Death Valley National ParkA History$24.95Author: Hal RothmanAuthor: Char MillerFormat: Paper
Published Date: 2013
The first comprehensive study of the park, past and present, Death Valley National Park probes the environmental and human history of this most astonishing desert. Established as a national monument in 1933, Death Valley was an anomaly within the national park system. Though many who knew this landscape were convinced that its stark beauty should be preserved, to do so required a reconceptualization of what a park consists of, grassroots and national support for its creation, and a long and difficult political struggle to secure congressional sanction.
This history begins with a discussion of the physical setting, its geography and geology, and descriptions of the Timbisha, the first peoples to inhabit this tough and dangerous landscape. In the 19th-century and early 20th century, new arrivals came to exploit the mineral resources in the region and develop permanent agricultural and resort settlements. Although Death Valley was established as a National Monument in 1933, fear of the harsh desert precluded widespread acceptance by both the visiting public and its own administrative agency. As a result, Death Valley lacked both support and resources. This volume details the many debates over the park’s size, conflicts between miners, farmers, the military, and wilderness advocates, the treatment of the Timbisha, and the impact of tourists on its cultural and natural resources.
In time, Death Valley came to be seen as one of the great natural wonders of the United States, and was elevated to full national park status in 1994. The history of Death Valley National Park embodies the many tensions confronting American environmentalism.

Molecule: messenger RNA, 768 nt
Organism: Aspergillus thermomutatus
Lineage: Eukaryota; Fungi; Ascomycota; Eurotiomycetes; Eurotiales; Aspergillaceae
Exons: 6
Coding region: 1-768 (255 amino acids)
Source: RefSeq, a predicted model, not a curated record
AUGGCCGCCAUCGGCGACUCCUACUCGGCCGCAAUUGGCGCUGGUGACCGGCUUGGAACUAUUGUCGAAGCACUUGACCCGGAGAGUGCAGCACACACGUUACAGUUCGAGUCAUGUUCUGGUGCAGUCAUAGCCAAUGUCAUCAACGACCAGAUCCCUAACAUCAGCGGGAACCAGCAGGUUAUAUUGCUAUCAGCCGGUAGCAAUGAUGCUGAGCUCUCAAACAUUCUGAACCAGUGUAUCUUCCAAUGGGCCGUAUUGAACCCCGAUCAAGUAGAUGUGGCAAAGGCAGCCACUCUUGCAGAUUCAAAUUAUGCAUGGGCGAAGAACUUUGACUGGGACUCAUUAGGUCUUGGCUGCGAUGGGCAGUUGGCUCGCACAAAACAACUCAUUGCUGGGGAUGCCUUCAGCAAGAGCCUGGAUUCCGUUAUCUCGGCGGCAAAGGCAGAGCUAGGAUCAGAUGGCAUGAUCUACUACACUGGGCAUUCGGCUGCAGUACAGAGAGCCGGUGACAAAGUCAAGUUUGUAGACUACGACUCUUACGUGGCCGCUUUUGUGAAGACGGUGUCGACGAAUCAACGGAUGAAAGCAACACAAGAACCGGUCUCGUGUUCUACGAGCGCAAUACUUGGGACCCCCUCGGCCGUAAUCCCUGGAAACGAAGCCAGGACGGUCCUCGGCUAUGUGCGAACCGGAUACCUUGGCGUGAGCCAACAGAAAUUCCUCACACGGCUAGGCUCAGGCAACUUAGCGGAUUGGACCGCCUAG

Hal K. Rothman was Distinguished Professor of History at the University of Nevada, Las Vegas. His many previous works include Blazing Heritage: A History of Fire in the National Parks.
Char Miller is W. M. Keck Professor of Environmental Analysis at Pomona College. He is the author and editor of many previous books, including Cities and Nature in the American West.
“The authors have done an admirable and thorough job of relating the valley’s history within the framework of Death Valley as a national park. The have made exhaustive use of primary and secondary resources, including records created by Death Valley National Monument/Park administrations. . . This is an important contribution to the larger body of environmental history of the American West.” —Nevada in the WestNevada in the West
“With this book, Rothman and Miller provide a most welcome addition to the literature of Death Valley.” —Western Historical QuarterlyWestern Historical Quarterly
“At 185 pages, it’s a compact but well-research story first written by noted UNLV history professor Rothman an recently updated by Pomona College environmental professor Miller. . . Death Valley National Park is destined to become dog-eared and reread, the fine dust of the mystical desert place itself sprinkling its pages.” —The Las Vegas Review JournalLas Vegas Review Journal
"All readers of this useful book . . . will have a clear sense of the park’s contentious past, and likely agree with the authors’ conclusion that 'managing Death Valley National Park never has been nor ever will be simple.'" —Environmental HistoryEnvironmental History